Second, great damage is done to the purity of the church when doctrines are moved to lower levels than they deserve. If we compromise fundamental doctrine for the “unity of the church” we endanger the very nature of the church. We cannot treat important doctrines like matters of personal conscience. If we do, we sin against the Lord who bought us.
Third, great damage is done to the unity of the body when doctrines are moved to a higher level than they deserve. I saw a bumper sticker recently: “If it ain’t King James, it ain’t Bible.” Here is someone who is making the choice of a Bible version a test of faith. Something that should be left to category 3 or 4 is being moved up to category 1. That fractures the body of Christ. I should not question someone’s Christian commitment because they believe the church will go through the tribulation or because they speak in tongues or baptize infants. I cannot treat these issues as if they were in category 1. If I do, I offend the blood of Christ that was shed to redeem One Body.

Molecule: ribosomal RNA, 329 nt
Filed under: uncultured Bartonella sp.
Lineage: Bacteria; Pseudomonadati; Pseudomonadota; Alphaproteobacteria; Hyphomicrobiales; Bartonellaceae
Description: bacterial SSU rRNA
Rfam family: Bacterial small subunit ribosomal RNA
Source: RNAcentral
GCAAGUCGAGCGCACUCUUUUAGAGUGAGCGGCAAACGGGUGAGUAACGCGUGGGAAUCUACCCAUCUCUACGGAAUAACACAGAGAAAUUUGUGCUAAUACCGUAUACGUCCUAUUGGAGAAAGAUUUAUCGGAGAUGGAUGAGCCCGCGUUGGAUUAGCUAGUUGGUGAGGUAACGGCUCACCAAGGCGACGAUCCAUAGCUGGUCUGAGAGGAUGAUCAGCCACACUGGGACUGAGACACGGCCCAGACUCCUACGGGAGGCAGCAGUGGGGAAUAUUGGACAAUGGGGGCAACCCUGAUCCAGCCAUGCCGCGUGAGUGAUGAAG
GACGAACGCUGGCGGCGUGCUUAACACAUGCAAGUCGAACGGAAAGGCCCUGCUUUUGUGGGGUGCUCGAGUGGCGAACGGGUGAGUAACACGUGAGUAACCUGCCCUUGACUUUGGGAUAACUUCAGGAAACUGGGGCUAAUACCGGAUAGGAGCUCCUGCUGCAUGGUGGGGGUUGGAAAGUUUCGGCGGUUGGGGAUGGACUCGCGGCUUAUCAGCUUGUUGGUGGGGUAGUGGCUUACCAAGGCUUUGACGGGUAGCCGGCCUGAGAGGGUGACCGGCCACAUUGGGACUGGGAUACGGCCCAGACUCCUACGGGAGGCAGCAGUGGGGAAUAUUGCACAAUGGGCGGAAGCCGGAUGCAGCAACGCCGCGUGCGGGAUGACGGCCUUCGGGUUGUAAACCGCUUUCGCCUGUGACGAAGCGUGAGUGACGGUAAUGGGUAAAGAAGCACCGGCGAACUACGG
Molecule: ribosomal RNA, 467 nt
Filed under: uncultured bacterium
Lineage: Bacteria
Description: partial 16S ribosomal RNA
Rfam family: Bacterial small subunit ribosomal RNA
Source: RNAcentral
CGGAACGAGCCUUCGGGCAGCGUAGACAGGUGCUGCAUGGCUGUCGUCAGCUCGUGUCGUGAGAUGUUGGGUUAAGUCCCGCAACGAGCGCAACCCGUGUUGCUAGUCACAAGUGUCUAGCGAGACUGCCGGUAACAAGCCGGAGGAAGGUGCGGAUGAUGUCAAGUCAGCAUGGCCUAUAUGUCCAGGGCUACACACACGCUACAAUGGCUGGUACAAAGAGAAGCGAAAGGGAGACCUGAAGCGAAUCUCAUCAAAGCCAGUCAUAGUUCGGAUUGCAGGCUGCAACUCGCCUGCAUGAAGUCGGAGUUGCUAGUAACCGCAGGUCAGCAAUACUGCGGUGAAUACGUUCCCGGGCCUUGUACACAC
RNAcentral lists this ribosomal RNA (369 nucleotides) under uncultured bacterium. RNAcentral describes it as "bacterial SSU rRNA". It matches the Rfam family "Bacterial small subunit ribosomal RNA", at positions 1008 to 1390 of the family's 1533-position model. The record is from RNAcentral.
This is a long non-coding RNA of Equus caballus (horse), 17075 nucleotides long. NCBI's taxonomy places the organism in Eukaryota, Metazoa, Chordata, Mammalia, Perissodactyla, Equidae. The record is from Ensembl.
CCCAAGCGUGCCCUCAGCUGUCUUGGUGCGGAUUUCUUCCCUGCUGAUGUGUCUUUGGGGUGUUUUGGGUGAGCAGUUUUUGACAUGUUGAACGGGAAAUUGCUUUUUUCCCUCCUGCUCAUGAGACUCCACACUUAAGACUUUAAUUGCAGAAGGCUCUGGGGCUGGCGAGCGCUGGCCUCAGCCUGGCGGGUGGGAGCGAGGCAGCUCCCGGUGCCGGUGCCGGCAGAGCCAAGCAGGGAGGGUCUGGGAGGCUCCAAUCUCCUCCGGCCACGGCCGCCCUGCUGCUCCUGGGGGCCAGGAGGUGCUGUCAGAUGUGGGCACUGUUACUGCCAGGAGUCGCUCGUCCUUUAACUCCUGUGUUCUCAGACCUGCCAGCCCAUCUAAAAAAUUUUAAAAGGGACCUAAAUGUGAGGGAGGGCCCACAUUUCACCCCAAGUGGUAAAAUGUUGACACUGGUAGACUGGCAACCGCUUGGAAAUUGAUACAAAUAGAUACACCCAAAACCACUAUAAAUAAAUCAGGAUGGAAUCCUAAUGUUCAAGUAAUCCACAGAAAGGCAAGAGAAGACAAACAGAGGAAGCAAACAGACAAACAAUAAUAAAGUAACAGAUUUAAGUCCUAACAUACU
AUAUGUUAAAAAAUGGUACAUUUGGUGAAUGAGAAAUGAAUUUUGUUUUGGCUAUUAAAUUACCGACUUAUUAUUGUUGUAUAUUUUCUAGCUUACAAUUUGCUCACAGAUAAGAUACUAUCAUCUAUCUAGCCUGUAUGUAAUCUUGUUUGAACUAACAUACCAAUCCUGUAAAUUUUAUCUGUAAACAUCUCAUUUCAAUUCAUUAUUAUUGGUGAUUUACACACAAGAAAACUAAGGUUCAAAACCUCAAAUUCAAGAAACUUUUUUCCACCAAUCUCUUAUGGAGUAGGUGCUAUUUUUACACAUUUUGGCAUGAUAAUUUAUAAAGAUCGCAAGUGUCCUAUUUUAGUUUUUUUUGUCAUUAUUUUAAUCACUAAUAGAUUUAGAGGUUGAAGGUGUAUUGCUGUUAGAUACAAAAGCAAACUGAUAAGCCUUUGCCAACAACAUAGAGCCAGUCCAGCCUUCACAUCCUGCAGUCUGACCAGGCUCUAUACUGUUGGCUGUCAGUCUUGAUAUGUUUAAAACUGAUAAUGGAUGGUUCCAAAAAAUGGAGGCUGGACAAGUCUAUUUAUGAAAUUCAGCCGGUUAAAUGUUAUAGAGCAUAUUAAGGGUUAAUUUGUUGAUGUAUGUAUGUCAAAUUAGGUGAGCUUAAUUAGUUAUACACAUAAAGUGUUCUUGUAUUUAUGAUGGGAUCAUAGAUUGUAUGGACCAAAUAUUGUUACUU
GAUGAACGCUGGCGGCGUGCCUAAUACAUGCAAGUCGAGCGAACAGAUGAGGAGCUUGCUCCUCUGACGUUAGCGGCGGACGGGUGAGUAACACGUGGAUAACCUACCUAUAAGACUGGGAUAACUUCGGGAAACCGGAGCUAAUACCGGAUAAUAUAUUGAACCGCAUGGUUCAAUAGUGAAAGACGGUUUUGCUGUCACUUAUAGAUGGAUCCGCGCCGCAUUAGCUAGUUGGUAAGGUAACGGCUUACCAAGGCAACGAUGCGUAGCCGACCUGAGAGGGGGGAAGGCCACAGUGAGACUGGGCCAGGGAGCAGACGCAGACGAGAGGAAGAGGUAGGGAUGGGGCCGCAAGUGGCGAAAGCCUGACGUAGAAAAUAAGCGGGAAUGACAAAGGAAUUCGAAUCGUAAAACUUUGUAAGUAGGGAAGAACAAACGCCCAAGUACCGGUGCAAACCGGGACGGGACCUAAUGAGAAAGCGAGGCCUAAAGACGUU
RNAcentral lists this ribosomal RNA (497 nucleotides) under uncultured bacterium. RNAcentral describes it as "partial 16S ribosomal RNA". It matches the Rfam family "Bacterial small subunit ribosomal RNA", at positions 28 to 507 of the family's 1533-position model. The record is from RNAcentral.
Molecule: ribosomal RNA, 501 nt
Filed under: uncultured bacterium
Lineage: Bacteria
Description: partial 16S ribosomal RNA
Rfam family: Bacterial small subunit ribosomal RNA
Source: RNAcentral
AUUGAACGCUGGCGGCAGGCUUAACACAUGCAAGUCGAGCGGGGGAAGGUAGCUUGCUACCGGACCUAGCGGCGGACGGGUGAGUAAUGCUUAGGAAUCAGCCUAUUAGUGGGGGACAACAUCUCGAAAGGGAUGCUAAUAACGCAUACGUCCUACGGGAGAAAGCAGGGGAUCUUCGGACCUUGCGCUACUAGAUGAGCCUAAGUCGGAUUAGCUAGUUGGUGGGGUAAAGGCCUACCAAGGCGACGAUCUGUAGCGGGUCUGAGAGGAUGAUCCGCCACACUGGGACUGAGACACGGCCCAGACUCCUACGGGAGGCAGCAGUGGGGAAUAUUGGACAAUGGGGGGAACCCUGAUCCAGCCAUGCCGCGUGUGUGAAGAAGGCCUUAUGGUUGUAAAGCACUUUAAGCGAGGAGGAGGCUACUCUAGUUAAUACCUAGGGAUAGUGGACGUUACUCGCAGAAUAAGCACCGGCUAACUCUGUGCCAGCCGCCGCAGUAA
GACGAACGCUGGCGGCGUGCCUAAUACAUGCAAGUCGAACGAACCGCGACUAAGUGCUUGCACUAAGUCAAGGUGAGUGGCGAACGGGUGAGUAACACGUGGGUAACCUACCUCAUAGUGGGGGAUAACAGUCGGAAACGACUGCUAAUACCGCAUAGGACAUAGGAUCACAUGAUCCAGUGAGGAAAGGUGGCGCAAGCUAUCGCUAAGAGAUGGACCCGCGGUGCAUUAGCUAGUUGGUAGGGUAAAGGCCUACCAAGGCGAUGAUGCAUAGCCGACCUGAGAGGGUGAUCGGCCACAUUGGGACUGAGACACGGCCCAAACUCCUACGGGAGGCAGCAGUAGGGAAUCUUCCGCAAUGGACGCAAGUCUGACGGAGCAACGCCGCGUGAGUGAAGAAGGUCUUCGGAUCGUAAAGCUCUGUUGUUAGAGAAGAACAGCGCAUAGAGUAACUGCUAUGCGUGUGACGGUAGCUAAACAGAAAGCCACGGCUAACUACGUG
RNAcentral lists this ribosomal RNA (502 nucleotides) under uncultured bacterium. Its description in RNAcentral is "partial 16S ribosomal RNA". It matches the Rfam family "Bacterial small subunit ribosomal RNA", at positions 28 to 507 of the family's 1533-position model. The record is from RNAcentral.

Some issues, I should keep to myself and allow you to do the same. Around other issues, I erect a picket fence. We can have deep friendships in the Christian neighborhood, even if we maintain separate homes. Around certain issues, I must erect a brick wall. Luther said, “Here I stand, I can do no other.” There are doctrines worth contending for.
Lord, help us to always know which truth fits in which category, so that the Christian neighborhood can be protected from its enemies and still experience the unity you desire.